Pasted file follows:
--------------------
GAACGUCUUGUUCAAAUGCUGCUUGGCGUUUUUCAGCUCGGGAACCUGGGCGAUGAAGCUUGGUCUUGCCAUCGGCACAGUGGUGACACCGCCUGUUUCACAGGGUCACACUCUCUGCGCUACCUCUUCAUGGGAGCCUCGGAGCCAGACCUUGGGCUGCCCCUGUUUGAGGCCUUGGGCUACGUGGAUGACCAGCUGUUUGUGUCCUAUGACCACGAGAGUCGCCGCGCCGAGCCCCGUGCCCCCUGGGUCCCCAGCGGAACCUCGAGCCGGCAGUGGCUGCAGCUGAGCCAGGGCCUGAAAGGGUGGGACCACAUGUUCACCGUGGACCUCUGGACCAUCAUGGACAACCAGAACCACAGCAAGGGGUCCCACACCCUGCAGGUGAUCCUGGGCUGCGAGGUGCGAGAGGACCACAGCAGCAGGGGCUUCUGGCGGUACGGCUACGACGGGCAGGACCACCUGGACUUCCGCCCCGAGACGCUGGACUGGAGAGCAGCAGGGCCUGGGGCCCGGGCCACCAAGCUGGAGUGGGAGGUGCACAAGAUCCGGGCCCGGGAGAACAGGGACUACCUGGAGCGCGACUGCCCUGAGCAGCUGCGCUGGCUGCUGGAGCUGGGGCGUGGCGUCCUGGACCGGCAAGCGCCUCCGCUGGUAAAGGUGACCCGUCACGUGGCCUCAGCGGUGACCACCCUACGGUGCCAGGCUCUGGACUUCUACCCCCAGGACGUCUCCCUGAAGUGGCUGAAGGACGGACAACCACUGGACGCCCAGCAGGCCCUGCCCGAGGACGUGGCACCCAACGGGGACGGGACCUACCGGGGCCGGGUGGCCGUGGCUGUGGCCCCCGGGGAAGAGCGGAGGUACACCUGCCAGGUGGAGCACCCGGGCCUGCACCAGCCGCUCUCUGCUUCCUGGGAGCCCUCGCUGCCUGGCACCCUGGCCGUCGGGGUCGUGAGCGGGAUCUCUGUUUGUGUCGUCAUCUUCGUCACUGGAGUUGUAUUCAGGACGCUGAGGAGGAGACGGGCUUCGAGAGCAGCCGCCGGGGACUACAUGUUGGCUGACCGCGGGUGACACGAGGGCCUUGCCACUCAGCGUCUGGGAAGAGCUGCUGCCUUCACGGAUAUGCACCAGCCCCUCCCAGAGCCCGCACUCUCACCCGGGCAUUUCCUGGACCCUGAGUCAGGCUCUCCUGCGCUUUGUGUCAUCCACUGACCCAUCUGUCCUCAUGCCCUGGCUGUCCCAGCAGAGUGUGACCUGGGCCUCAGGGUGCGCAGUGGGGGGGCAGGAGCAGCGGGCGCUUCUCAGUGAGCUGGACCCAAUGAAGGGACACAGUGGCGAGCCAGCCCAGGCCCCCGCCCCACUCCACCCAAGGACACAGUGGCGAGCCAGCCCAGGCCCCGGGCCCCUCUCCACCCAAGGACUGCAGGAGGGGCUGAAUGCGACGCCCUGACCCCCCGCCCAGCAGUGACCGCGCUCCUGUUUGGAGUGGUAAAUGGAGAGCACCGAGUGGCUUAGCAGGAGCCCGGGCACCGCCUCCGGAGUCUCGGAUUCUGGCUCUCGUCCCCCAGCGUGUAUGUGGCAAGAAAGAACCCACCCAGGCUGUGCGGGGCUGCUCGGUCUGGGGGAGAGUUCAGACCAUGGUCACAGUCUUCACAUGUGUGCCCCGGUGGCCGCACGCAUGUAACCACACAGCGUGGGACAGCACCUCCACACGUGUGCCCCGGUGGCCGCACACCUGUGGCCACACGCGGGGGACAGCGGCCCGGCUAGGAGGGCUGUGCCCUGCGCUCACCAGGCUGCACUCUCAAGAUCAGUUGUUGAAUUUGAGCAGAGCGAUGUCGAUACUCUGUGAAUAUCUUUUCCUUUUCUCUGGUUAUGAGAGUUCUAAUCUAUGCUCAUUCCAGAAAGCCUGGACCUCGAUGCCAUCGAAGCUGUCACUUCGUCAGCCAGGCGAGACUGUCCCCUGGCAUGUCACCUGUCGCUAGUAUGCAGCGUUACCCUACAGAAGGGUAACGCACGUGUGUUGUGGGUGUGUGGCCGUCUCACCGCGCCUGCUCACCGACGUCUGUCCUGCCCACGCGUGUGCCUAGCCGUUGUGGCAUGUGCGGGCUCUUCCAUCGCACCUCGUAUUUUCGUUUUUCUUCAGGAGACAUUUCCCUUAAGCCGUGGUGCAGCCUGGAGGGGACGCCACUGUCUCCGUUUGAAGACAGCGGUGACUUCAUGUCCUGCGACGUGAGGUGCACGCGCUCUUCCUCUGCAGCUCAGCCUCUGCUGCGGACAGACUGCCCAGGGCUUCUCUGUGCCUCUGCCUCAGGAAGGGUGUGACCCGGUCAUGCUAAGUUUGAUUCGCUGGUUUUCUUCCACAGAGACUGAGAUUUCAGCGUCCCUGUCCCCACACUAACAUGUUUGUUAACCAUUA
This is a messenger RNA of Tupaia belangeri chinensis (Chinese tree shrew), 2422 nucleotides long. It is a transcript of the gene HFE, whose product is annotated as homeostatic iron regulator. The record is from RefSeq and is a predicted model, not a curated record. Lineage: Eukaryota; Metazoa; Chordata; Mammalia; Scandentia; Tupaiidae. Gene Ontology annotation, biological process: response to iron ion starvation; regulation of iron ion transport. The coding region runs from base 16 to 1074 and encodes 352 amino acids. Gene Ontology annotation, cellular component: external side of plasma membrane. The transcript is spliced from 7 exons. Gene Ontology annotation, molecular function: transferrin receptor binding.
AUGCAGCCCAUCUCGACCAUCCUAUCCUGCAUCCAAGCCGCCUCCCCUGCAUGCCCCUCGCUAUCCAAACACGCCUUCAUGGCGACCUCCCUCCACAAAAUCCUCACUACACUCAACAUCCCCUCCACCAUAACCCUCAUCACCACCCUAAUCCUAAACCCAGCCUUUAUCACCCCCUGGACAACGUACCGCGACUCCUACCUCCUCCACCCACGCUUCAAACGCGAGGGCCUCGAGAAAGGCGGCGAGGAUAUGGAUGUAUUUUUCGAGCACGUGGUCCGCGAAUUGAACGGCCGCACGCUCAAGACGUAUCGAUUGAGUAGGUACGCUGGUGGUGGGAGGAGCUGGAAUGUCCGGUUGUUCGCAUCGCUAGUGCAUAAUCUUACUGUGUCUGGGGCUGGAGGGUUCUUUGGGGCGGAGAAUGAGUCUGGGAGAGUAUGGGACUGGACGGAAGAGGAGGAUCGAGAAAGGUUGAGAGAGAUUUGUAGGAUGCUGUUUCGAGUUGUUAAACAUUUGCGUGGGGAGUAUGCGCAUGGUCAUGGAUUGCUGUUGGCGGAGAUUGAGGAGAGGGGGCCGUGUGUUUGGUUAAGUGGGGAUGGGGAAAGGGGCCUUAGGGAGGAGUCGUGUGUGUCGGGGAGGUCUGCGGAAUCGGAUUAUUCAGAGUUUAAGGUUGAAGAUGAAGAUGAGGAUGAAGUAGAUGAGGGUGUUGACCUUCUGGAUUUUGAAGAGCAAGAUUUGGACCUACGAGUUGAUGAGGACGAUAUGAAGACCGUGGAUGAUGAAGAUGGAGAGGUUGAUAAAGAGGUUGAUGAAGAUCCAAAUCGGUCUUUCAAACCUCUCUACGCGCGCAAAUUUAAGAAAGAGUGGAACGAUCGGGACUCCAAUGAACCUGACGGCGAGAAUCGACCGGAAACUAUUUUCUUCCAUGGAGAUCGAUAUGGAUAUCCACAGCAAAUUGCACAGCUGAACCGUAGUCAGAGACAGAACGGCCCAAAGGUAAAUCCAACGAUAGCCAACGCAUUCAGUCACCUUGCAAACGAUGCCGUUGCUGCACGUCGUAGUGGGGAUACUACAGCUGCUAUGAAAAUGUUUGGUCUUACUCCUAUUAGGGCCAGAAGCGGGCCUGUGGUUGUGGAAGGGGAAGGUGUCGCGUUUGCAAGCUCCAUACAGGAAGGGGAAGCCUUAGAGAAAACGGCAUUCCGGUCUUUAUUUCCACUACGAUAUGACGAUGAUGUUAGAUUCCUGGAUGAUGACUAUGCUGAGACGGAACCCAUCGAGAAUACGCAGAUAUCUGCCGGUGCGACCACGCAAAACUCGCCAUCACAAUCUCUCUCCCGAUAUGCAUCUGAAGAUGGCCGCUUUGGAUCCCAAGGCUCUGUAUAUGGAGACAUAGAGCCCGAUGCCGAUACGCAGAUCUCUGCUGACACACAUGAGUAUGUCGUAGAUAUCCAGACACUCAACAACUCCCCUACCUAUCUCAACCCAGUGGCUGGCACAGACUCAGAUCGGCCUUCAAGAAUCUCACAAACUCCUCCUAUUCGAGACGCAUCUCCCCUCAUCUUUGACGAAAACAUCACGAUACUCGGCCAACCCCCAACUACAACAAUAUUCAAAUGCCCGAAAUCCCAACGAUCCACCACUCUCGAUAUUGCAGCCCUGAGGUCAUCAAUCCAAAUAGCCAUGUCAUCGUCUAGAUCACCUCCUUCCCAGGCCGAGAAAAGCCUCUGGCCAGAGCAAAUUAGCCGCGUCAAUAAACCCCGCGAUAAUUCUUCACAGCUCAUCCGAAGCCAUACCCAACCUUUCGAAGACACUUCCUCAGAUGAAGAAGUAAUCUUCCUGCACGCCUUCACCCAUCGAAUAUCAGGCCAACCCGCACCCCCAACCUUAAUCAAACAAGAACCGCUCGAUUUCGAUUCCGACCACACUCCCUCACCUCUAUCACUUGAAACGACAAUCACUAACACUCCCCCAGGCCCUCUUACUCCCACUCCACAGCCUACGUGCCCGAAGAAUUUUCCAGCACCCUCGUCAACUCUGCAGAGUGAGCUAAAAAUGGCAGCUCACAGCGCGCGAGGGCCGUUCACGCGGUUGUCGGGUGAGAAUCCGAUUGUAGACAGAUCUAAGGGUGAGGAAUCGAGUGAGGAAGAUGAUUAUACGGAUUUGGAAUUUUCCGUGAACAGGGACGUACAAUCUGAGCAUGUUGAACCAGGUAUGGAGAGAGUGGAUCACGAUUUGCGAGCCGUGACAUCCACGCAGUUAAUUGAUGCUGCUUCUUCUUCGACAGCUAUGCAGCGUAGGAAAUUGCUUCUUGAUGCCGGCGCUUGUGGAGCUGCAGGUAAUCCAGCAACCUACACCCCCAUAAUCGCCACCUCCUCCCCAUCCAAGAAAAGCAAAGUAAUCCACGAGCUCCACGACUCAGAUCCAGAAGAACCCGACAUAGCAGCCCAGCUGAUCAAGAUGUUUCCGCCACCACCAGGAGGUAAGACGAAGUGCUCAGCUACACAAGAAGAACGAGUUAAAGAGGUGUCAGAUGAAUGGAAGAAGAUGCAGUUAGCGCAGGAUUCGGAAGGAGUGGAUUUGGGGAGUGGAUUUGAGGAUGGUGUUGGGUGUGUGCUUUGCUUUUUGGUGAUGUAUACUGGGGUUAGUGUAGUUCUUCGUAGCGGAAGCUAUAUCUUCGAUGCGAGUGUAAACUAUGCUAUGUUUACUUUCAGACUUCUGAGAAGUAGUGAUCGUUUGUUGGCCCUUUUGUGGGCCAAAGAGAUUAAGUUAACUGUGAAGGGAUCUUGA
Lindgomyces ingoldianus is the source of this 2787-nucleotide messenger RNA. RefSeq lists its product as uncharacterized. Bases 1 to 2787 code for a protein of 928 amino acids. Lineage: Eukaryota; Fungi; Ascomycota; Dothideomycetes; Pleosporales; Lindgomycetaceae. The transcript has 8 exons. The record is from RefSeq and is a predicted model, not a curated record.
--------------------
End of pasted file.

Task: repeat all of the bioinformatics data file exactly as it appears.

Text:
GAACGUCUUGUUCAAAUGCUGCUUGGCGUUUUUCAGCUCGGGAACCUGGGCGAUGAAGCUUGGUCUUGCCAUCGGCACAGUGGUGACACCGCCUGUUUCACAGGGUCACACUCUCUGCGCUACCUCUUCAUGGGAGCCUCGGAGCCAGACCUUGGGCUGCCCCUGUUUGAGGCCUUGGGCUACGUGGAUGACCAGCUGUUUGUGUCCUAUGACCACGAGAGUCGCCGCGCCGAGCCCCGUGCCCCCUGGGUCCCCAGCGGAACCUCGAGCCGGCAGUGGCUGCAGCUGAGCCAGGGCCUGAAAGGGUGGGACCACAUGUUCACCGUGGACCUCUGGACCAUCAUGGACAACCAGAACCACAGCAAGGGGUCCCACACCCUGCAGGUGAUCCUGGGCUGCGAGGUGCGAGAGGACCACAGCAGCAGGGGCUUCUGGCGGUACGGCUACGACGGGCAGGACCACCUGGACUUCCGCCCCGAGACGCUGGACUGGAGAGCAGCAGGGCCUGGGGCCCGGGCCACCAAGCUGGAGUGGGAGGUGCACAAGAUCCGGGCCCGGGAGAACAGGGACUACCUGGAGCGCGACUGCCCUGAGCAGCUGCGCUGGCUGCUGGAGCUGGGGCGUGGCGUCCUGGACCGGCAAGCGCCUCCGCUGGUAAAGGUGACCCGUCACGUGGCCUCAGCGGUGACCACCCUACGGUGCCAGGCUCUGGACUUCUACCCCCAGGACGUCUCCCUGAAGUGGCUGAAGGACGGACAACCACUGGACGCCCAGCAGGCCCUGCCCGAGGACGUGGCACCCAACGGGGACGGGACCUACCGGGGCCGGGUGGCCGUGGCUGUGGCCCCCGGGGAAGAGCGGAGGUACACCUGCCAGGUGGAGCACCCGGGCCUGCACCAGCCGCUCUCUGCUUCCUGGGAGCCCUCGCUGCCUGGCACCCUGGCCGUCGGGGUCGUGAGCGGGAUCUCUGUUUGUGUCGUCAUCUUCGUCACUGGAGUUGUAUUCAGGACGCUGAGGAGGAGACGGGCUUCGAGAGCAGCCGCCGGGGACUACAUGUUGGCUGACCGCGGGUGACACGAGGGCCUUGCCACUCAGCGUCUGGGAAGAGCUGCUGCCUUCACGGAUAUGCACCAGCCCCUCCCAGAGCCCGCACUCUCACCCGGGCAUUUCCUGGACCCUGAGUCAGGCUCUCCUGCGCUUUGUGUCAUCCACUGACCCAUCUGUCCUCAUGCCCUGGCUGUCCCAGCAGAGUGUGACCUGGGCCUCAGGGUGCGCAGUGGGGGGGCAGGAGCAGCGGGCGCUUCUCAGUGAGCUGGACCCAAUGAAGGGACACAGUGGCGAGCCAGCCCAGGCCCCCGCCCCACUCCACCCAAGGACACAGUGGCGAGCCAGCCCAGGCCCCGGGCCCCUCUCCACCCAAGGACUGCAGGAGGGGCUGAAUGCGACGCCCUGACCCCCCGCCCAGCAGUGACCGCGCUCCUGUUUGGAGUGGUAAAUGGAGAGCACCGAGUGGCUUAGCAGGAGCCCGGGCACCGCCUCCGGAGUCUCGGAUUCUGGCUCUCGUCCCCCAGCGUGUAUGUGGCAAGAAAGAACCCACCCAGGCUGUGCGGGGCUGCUCGGUCUGGGGGAGAGUUCAGACCAUGGUCACAGUCUUCACAUGUGUGCCCCGGUGGCCGCACGCAUGUAACCACACAGCGUGGGACAGCACCUCCACACGUGUGCCCCGGUGGCCGCACACCUGUGGCCACACGCGGGGGACAGCGGCCCGGCUAGGAGGGCUGUGCCCUGCGCUCACCAGGCUGCACUCUCAAGAUCAGUUGUUGAAUUUGAGCAGAGCGAUGUCGAUACUCUGUGAAUAUCUUUUCCUUUUCUCUGGUUAUGAGAGUUCUAAUCUAUGCUCAUUCCAGAAAGCCUGGACCUCGAUGCCAUCGAAGCUGUCACUUCGUCAGCCAGGCGAGACUGUCCCCUGGCAUGUCACCUGUCGCUAGUAUGCAGCGUUACCCUACAGAAGGGUAACGCACGUGUGUUGUGGGUGUGUGGCCGUCUCACCGCGCCUGCUCACCGACGUCUGUCCUGCCCACGCGUGUGCCUAGCCGUUGUGGCAUGUGCGGGCUCUUCCAUCGCACCUCGUAUUUUCGUUUUUCUUCAGGAGACAUUUCCCUUAAGCCGUGGUGCAGCCUGGAGGGGACGCCACUGUCUCCGUUUGAAGACAGCGGUGACUUCAUGUCCUGCGACGUGAGGUGCACGCGCUCUUCCUCUGCAGCUCAGCCUCUGCUGCGGACAGACUGCCCAGGGCUUCUCUGUGCCUCUGCCUCAGGAAGGGUGUGACCCGGUCAUGCUAAGUUUGAUUCGCUGGUUUUCUUCCACAGAGACUGAGAUUUCAGCGUCCCUGUCCCCACACUAACAUGUUUGUUAACCAUUA
This is a messenger RNA of Tupaia belangeri chinensis (Chinese tree shrew), 2422 nucleotides long. It is a transcript of the gene HFE, whose product is annotated as homeostatic iron regulator. The record is from RefSeq and is a predicted model, not a curated record. Lineage: Eukaryota; Metazoa; Chordata; Mammalia; Scandentia; Tupaiidae. Gene Ontology annotation, biological process: response to iron ion starvation; regulation of iron ion transport. The coding region runs from base 16 to 1074 and encodes 352 amino acids. Gene Ontology annotation, cellular component: external side of plasma membrane. The transcript is spliced from 7 exons. Gene Ontology annotation, molecular function: transferrin receptor binding.
AUGCAGCCCAUCUCGACCAUCCUAUCCUGCAUCCAAGCCGCCUCCCCUGCAUGCCCCUCGCUAUCCAAACACGCCUUCAUGGCGACCUCCCUCCACAAAAUCCUCACUACACUCAACAUCCCCUCCACCAUAACCCUCAUCACCACCCUAAUCCUAAACCCAGCCUUUAUCACCCCCUGGACAACGUACCGCGACUCCUACCUCCUCCACCCACGCUUCAAACGCGAGGGCCUCGAGAAAGGCGGCGAGGAUAUGGAUGUAUUUUUCGAGCACGUGGUCCGCGAAUUGAACGGCCGCACGCUCAAGACGUAUCGAUUGAGUAGGUACGCUGGUGGUGGGAGGAGCUGGAAUGUCCGGUUGUUCGCAUCGCUAGUGCAUAAUCUUACUGUGUCUGGGGCUGGAGGGUUCUUUGGGGCGGAGAAUGAGUCUGGGAGAGUAUGGGACUGGACGGAAGAGGAGGAUCGAGAAAGGUUGAGAGAGAUUUGUAGGAUGCUGUUUCGAGUUGUUAAACAUUUGCGUGGGGAGUAUGCGCAUGGUCAUGGAUUGCUGUUGGCGGAGAUUGAGGAGAGGGGGCCGUGUGUUUGGUUAAGUGGGGAUGGGGAAAGGGGCCUUAGGGAGGAGUCGUGUGUGUCGGGGAGGUCUGCGGAAUCGGAUUAUUCAGAGUUUAAGGUUGAAGAUGAAGAUGAGGAUGAAGUAGAUGAGGGUGUUGACCUUCUGGAUUUUGAAGAGCAAGAUUUGGACCUACGAGUUGAUGAGGACGAUAUGAAGACCGUGGAUGAUGAAGAUGGAGAGGUUGAUAAAGAGGUUGAUGAAGAUCCAAAUCGGUCUUUCAAACCUCUCUACGCGCGCAAAUUUAAGAAAGAGUGGAACGAUCGGGACUCCAAUGAACCUGACGGCGAGAAUCGACCGGAAACUAUUUUCUUCCAUGGAGAUCGAUAUGGAUAUCCACAGCAAAUUGCACAGCUGAACCGUAGUCAGAGACAGAACGGCCCAAAGGUAAAUCCAACGAUAGCCAACGCAUUCAGUCACCUUGCAAACGAUGCCGUUGCUGCACGUCGUAGUGGGGAUACUACAGCUGCUAUGAAAAUGUUUGGUCUUACUCCUAUUAGGGCCAGAAGCGGGCCUGUGGUUGUGGAAGGGGAAGGUGUCGCGUUUGCAAGCUCCAUACAGGAAGGGGAAGCCUUAGAGAAAACGGCAUUCCGGUCUUUAUUUCCACUACGAUAUGACGAUGAUGUUAGAUUCCUGGAUGAUGACUAUGCUGAGACGGAACCCAUCGAGAAUACGCAGAUAUCUGCCGGUGCGACCACGCAAAACUCGCCAUCACAAUCUCUCUCCCGAUAUGCAUCUGAAGAUGGCCGCUUUGGAUCCCAAGGCUCUGUAUAUGGAGACAUAGAGCCCGAUGCCGAUACGCAGAUCUCUGCUGACACACAUGAGUAUGUCGUAGAUAUCCAGACACUCAACAACUCCCCUACCUAUCUCAACCCAGUGGCUGGCACAGACUCAGAUCGGCCUUCAAGAAUCUCACAAACUCCUCCUAUUCGAGACGCAUCUCCCCUCAUCUUUGACGAAAACAUCACGAUACUCGGCCAACCCCCAACUACAACAAUAUUCAAAUGCCCGAAAUCCCAACGAUCCACCACUCUCGAUAUUGCAGCCCUGAGGUCAUCAAUCCAAAUAGCCAUGUCAUCGUCUAGAUCACCUCCUUCCCAGGCCGAGAAAAGCCUCUGGCCAGAGCAAAUUAGCCGCGUCAAUAAACCCCGCGAUAAUUCUUCACAGCUCAUCCGAAGCCAUACCCAACCUUUCGAAGACACUUCCUCAGAUGAAGAAGUAAUCUUCCUGCACGCCUUCACCCAUCGAAUAUCAGGCCAACCCGCACCCCCAACCUUAAUCAAACAAGAACCGCUCGAUUUCGAUUCCGACCACACUCCCUCACCUCUAUCACUUGAAACGACAAUCACUAACACUCCCCCAGGCCCUCUUACUCCCACUCCACAGCCUACGUGCCCGAAGAAUUUUCCAGCACCCUCGUCAACUCUGCAGAGUGAGCUAAAAAUGGCAGCUCACAGCGCGCGAGGGCCGUUCACGCGGUUGUCGGGUGAGAAUCCGAUUGUAGACAGAUCUAAGGGUGAGGAAUCGAGUGAGGAAGAUGAUUAUACGGAUUUGGAAUUUUCCGUGAACAGGGACGUACAAUCUGAGCAUGUUGAACCAGGUAUGGAGAGAGUGGAUCACGAUUUGCGAGCCGUGACAUCCACGCAGUUAAUUGAUGCUGCUUCUUCUUCGACAGCUAUGCAGCGUAGGAAAUUGCUUCUUGAUGCCGGCGCUUGUGGAGCUGCAGGUAAUCCAGCAACCUACACCCCCAUAAUCGCCACCUCCUCCCCAUCCAAGAAAAGCAAAGUAAUCCACGAGCUCCACGACUCAGAUCCAGAAGAACCCGACAUAGCAGCCCAGCUGAUCAAGAUGUUUCCGCCACCACCAGGAGGUAAGACGAAGUGCUCAGCUACACAAGAAGAACGAGUUAAAGAGGUGUCAGAUGAAUGGAAGAAGAUGCAGUUAGCGCAGGAUUCGGAAGGAGUGGAUUUGGGGAGUGGAUUUGAGGAUGGUGUUGGGUGUGUGCUUUGCUUUUUGGUGAUGUAUACUGGGGUUAGUGUAGUUCUUCGUAGCGGAAGCUAUAUCUUCGAUGCGAGUGUAAACUAUGCUAUGUUUACUUUCAGACUUCUGAGAAGUAGUGAUCGUUUGUUGGCCCUUUUGUGGGCCAAAGAGAUUAAGUUAACUGUGAAGGGAUCUUGA
Lindgomyces ingoldianus is the source of this 2787-nucleotide messenger RNA. RefSeq lists its product as uncharacterized. Bases 1 to 2787 code for a protein of 928 amino acids. Lineage: Eukaryota; Fungi; Ascomycota; Dothideomycetes; Pleosporales; Lindgomycetaceae. The transcript has 8 exons. The record is from RefSeq and is a predicted model, not a curated record.